Migraine, endometriosis and plasma "Calcitonin Gene-Related Peptide"By: Eylül GÜN - Jul 2, 2021
Plasma CGRP levels rise during the menstrual period in patients with migraine and endometriosis comorbidity
- Calcitonin gene-related peptide (CGRP) levels have different pattern in endometriosis patients suffering from migraine compared to the healthy individuals.
- Calcitonin gene-related peptide (CGRP) is the main neuropeptide responsible for headache in migraine patients and it is also found in high densities around endometriotic lesions.
- CGRP is known to be hormone-dependent and its effects change in different phases of the menstrual cycle.
- In patients with both migraine and endometriosis, the health-related quality of life is affected significantly.
- Patients with comorbidity of migraine and endometriosis show higher levels of CGRP during the menstrual cycle, but the absolute plasma CGRP levels are not different between groups.
What’s done here?
- Researchers assessed the plasma CGRP levels in different groups including patients with migraine, endometriosis, and both in order to determine whether the levels differ throughout the menstrual cycle and get affected by hormonal changes.
Strength and Limitations
- The careful selection of the patients with endometriosis confirmed by histopathological diagnosis and the selection of patients with migraine constitutes the strong points of the study.
Calcitonin gene-related peptide (CGRP) is a neurotransmitter that takes part in migraine and is now thought to have a role in endometriosis. The role of CGRP is well known in migraine, it is released from neurons during acute attacks and some findings indicate it also plays a role in the pain in endometriosis. Migraine and endometriosis are frequently seen together, however the role of CGRP during the menstrual period where both of these diseases present with pain has not been studied before.
Dr. Raffaelli et al. from Berlin, Germany assessed the plasma CGRP levels of 110 women during two phases of the menstrual cycle – at menstruation and periovulatory period. The study results were published in the latest issue of Annals of Clinical and Translational Neurology. The study groups consisted of patients with only episodic migraine, patients with only endometriosis, patients with both migraine and endometriosis, and healthy controls.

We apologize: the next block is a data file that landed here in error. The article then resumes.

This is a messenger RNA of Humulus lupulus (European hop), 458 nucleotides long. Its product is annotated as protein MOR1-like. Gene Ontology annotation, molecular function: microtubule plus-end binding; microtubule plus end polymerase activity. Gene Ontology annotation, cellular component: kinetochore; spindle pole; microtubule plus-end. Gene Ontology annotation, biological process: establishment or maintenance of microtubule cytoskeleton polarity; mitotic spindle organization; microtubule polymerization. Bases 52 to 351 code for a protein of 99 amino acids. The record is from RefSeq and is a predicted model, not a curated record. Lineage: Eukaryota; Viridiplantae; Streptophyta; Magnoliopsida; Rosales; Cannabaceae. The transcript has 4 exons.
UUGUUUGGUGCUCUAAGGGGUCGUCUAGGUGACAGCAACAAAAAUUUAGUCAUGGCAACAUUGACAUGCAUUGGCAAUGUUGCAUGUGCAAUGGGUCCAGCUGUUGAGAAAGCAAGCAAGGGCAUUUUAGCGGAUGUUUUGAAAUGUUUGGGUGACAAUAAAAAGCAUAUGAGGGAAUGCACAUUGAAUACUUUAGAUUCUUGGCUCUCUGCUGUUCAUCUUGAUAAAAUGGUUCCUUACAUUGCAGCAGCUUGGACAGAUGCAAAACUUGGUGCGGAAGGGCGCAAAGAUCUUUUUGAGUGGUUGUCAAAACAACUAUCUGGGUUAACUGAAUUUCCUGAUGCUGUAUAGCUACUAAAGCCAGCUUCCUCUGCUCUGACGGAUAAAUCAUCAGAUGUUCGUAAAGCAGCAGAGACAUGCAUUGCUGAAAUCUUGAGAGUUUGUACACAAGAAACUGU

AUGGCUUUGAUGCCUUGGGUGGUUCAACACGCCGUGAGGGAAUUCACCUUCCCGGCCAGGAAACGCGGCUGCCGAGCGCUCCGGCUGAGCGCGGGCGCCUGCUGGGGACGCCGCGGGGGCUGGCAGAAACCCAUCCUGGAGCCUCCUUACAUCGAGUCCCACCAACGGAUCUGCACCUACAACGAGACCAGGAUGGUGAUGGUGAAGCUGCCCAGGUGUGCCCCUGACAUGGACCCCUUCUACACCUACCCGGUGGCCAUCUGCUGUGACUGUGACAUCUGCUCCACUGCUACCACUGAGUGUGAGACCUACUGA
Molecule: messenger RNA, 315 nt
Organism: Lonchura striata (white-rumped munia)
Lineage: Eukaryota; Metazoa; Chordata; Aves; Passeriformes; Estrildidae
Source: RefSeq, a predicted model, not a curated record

To determine the effects of the diseases on the quality of daily life in patients with migraine and endometriosis, researchers performed tests named "Headache Impact Test-6" and "Endometriosis Health Profile-30 (EHP-30)", respectively. Results shows the symptoms worsen when migraines and endometriosis occur together.
The study states that the plasma CGRP levels change during the menstrual cycle, increase during the menstruation in the patients with both migraine and endometriosis, while decrease in healthy controls indicating specific pathophysiological conditions for this comorbidity. The increase of CGRP levels in only the comorbid group was thought to be linked to specific genetic alterations causing a different hormone-dependent release of the neuropeptides. There was not a relationship between the pain frequencies of migraine and endometriosis and CGRP levels.
With these findings, the hypothesis that the comorbidity of migraine and endometriosis most likely has a different genetic profile was supported.
Research Source: https://pubmed.ncbi.nlm.nih.gov/33934575/
migraine endometriosis comorbidity calcitonin gene-related peptide